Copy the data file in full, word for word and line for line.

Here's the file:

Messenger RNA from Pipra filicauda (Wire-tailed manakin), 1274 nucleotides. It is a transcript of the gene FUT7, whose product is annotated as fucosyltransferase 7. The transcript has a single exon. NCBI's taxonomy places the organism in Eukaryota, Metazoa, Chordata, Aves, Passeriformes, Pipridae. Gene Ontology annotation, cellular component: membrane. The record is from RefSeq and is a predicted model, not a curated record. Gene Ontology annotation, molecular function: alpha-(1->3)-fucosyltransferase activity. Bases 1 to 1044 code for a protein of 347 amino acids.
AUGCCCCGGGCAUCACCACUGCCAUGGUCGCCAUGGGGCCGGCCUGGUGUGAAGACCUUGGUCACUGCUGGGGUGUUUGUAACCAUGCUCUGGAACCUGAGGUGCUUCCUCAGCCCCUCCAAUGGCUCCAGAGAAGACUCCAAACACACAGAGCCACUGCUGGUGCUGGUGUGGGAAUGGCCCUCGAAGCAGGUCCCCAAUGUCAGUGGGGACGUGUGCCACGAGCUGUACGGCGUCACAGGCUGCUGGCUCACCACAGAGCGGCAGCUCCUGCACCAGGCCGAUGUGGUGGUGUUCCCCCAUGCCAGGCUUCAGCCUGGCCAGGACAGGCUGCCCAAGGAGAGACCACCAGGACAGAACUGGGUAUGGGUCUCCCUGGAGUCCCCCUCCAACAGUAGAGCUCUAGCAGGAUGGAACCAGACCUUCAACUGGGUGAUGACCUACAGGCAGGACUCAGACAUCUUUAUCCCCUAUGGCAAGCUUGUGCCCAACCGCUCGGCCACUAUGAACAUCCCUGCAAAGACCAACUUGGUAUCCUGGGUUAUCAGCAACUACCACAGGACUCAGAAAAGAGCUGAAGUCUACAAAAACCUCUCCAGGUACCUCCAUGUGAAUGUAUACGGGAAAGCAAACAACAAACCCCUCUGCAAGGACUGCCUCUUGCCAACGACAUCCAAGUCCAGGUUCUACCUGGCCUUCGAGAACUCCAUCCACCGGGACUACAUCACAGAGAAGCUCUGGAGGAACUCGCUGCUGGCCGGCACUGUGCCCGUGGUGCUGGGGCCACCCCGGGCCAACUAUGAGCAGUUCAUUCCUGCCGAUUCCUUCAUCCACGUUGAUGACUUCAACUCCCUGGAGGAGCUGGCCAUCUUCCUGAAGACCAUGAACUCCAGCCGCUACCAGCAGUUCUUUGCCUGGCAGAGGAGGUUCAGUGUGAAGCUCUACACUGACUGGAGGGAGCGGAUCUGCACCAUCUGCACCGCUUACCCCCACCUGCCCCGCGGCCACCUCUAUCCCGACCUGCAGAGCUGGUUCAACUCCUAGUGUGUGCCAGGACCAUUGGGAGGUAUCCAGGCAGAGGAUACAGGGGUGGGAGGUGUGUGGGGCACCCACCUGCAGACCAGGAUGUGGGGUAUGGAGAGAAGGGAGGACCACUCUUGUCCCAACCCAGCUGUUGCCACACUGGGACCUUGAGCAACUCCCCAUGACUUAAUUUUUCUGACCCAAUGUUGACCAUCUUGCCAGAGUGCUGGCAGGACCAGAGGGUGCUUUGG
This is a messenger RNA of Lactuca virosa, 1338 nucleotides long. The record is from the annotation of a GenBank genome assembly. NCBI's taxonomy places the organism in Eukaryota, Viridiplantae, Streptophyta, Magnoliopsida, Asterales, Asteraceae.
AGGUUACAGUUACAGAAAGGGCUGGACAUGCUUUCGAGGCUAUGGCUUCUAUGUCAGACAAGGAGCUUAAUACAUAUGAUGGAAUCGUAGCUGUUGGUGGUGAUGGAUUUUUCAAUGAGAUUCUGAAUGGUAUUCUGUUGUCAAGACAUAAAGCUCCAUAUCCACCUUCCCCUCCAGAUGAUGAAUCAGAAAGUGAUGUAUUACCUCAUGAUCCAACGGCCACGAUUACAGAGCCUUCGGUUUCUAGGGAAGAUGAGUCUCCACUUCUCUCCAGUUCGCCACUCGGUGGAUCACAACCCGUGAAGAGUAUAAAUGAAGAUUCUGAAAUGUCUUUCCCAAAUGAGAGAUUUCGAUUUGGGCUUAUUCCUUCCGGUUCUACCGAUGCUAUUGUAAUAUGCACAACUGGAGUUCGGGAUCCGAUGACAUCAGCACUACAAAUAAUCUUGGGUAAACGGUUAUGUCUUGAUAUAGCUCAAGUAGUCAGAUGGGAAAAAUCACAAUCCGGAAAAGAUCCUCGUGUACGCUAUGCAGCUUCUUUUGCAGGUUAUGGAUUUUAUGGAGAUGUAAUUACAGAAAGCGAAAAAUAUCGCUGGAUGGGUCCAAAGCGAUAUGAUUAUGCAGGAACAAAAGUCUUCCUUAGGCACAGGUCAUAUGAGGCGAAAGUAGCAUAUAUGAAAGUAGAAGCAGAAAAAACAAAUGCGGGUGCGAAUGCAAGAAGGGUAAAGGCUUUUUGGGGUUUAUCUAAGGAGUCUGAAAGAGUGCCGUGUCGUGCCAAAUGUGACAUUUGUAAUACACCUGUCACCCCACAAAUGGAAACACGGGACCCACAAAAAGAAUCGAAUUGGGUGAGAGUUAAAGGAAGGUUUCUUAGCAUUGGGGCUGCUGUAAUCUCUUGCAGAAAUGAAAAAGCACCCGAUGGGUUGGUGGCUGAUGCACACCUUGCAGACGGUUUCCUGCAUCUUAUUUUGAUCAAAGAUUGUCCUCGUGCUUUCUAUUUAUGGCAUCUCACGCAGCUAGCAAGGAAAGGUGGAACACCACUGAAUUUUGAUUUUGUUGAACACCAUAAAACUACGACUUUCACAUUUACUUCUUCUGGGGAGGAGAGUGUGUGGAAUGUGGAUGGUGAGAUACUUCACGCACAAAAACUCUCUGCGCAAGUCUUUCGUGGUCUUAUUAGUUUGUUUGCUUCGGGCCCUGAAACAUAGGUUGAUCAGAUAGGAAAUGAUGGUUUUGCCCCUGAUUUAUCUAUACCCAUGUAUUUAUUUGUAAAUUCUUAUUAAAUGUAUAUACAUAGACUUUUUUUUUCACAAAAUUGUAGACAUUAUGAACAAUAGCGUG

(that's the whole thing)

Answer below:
Messenger RNA from Pipra filicauda (Wire-tailed manakin), 1274 nucleotides. It is a transcript of the gene FUT7, whose product is annotated as fucosyltransferase 7. The transcript has a single exon. NCBI's taxonomy places the organism in Eukaryota, Metazoa, Chordata, Aves, Passeriformes, Pipridae. Gene Ontology annotation, cellular component: membrane. The record is from RefSeq and is a predicted model, not a curated record. Gene Ontology annotation, molecular function: alpha-(1->3)-fucosyltransferase activity. Bases 1 to 1044 code for a protein of 347 amino acids.
AUGCCCCGGGCAUCACCACUGCCAUGGUCGCCAUGGGGCCGGCCUGGUGUGAAGACCUUGGUCACUGCUGGGGUGUUUGUAACCAUGCUCUGGAACCUGAGGUGCUUCCUCAGCCCCUCCAAUGGCUCCAGAGAAGACUCCAAACACACAGAGCCACUGCUGGUGCUGGUGUGGGAAUGGCCCUCGAAGCAGGUCCCCAAUGUCAGUGGGGACGUGUGCCACGAGCUGUACGGCGUCACAGGCUGCUGGCUCACCACAGAGCGGCAGCUCCUGCACCAGGCCGAUGUGGUGGUGUUCCCCCAUGCCAGGCUUCAGCCUGGCCAGGACAGGCUGCCCAAGGAGAGACCACCAGGACAGAACUGGGUAUGGGUCUCCCUGGAGUCCCCCUCCAACAGUAGAGCUCUAGCAGGAUGGAACCAGACCUUCAACUGGGUGAUGACCUACAGGCAGGACUCAGACAUCUUUAUCCCCUAUGGCAAGCUUGUGCCCAACCGCUCGGCCACUAUGAACAUCCCUGCAAAGACCAACUUGGUAUCCUGGGUUAUCAGCAACUACCACAGGACUCAGAAAAGAGCUGAAGUCUACAAAAACCUCUCCAGGUACCUCCAUGUGAAUGUAUACGGGAAAGCAAACAACAAACCCCUCUGCAAGGACUGCCUCUUGCCAACGACAUCCAAGUCCAGGUUCUACCUGGCCUUCGAGAACUCCAUCCACCGGGACUACAUCACAGAGAAGCUCUGGAGGAACUCGCUGCUGGCCGGCACUGUGCCCGUGGUGCUGGGGCCACCCCGGGCCAACUAUGAGCAGUUCAUUCCUGCCGAUUCCUUCAUCCACGUUGAUGACUUCAACUCCCUGGAGGAGCUGGCCAUCUUCCUGAAGACCAUGAACUCCAGCCGCUACCAGCAGUUCUUUGCCUGGCAGAGGAGGUUCAGUGUGAAGCUCUACACUGACUGGAGGGAGCGGAUCUGCACCAUCUGCACCGCUUACCCCCACCUGCCCCGCGGCCACCUCUAUCCCGACCUGCAGAGCUGGUUCAACUCCUAGUGUGUGCCAGGACCAUUGGGAGGUAUCCAGGCAGAGGAUACAGGGGUGGGAGGUGUGUGGGGCACCCACCUGCAGACCAGGAUGUGGGGUAUGGAGAGAAGGGAGGACCACUCUUGUCCCAACCCAGCUGUUGCCACACUGGGACCUUGAGCAACUCCCCAUGACUUAAUUUUUCUGACCCAAUGUUGACCAUCUUGCCAGAGUGCUGGCAGGACCAGAGGGUGCUUUGG
This is a messenger RNA of Lactuca virosa, 1338 nucleotides long. The record is from the annotation of a GenBank genome assembly. NCBI's taxonomy places the organism in Eukaryota, Viridiplantae, Streptophyta, Magnoliopsida, Asterales, Asteraceae.
AGGUUACAGUUACAGAAAGGGCUGGACAUGCUUUCGAGGCUAUGGCUUCUAUGUCAGACAAGGAGCUUAAUACAUAUGAUGGAAUCGUAGCUGUUGGUGGUGAUGGAUUUUUCAAUGAGAUUCUGAAUGGUAUUCUGUUGUCAAGACAUAAAGCUCCAUAUCCACCUUCCCCUCCAGAUGAUGAAUCAGAAAGUGAUGUAUUACCUCAUGAUCCAACGGCCACGAUUACAGAGCCUUCGGUUUCUAGGGAAGAUGAGUCUCCACUUCUCUCCAGUUCGCCACUCGGUGGAUCACAACCCGUGAAGAGUAUAAAUGAAGAUUCUGAAAUGUCUUUCCCAAAUGAGAGAUUUCGAUUUGGGCUUAUUCCUUCCGGUUCUACCGAUGCUAUUGUAAUAUGCACAACUGGAGUUCGGGAUCCGAUGACAUCAGCACUACAAAUAAUCUUGGGUAAACGGUUAUGUCUUGAUAUAGCUCAAGUAGUCAGAUGGGAAAAAUCACAAUCCGGAAAAGAUCCUCGUGUACGCUAUGCAGCUUCUUUUGCAGGUUAUGGAUUUUAUGGAGAUGUAAUUACAGAAAGCGAAAAAUAUCGCUGGAUGGGUCCAAAGCGAUAUGAUUAUGCAGGAACAAAAGUCUUCCUUAGGCACAGGUCAUAUGAGGCGAAAGUAGCAUAUAUGAAAGUAGAAGCAGAAAAAACAAAUGCGGGUGCGAAUGCAAGAAGGGUAAAGGCUUUUUGGGGUUUAUCUAAGGAGUCUGAAAGAGUGCCGUGUCGUGCCAAAUGUGACAUUUGUAAUACACCUGUCACCCCACAAAUGGAAACACGGGACCCACAAAAAGAAUCGAAUUGGGUGAGAGUUAAAGGAAGGUUUCUUAGCAUUGGGGCUGCUGUAAUCUCUUGCAGAAAUGAAAAAGCACCCGAUGGGUUGGUGGCUGAUGCACACCUUGCAGACGGUUUCCUGCAUCUUAUUUUGAUCAAAGAUUGUCCUCGUGCUUUCUAUUUAUGGCAUCUCACGCAGCUAGCAAGGAAAGGUGGAACACCACUGAAUUUUGAUUUUGUUGAACACCAUAAAACUACGACUUUCACAUUUACUUCUUCUGGGGAGGAGAGUGUGUGGAAUGUGGAUGGUGAGAUACUUCACGCACAAAAACUCUCUGCGCAAGUCUUUCGUGGUCUUAUUAGUUUGUUUGCUUCGGGCCCUGAAACAUAGGUUGAUCAGAUAGGAAAUGAUGGUUUUGCCCCUGAUUUAUCUAUACCCAUGUAUUUAUUUGUAAAUUCUUAUUAAAUGUAUAUACAUAGACUUUUUUUUUCACAAAAUUGUAGACAUUAUGAACAAUAGCGUG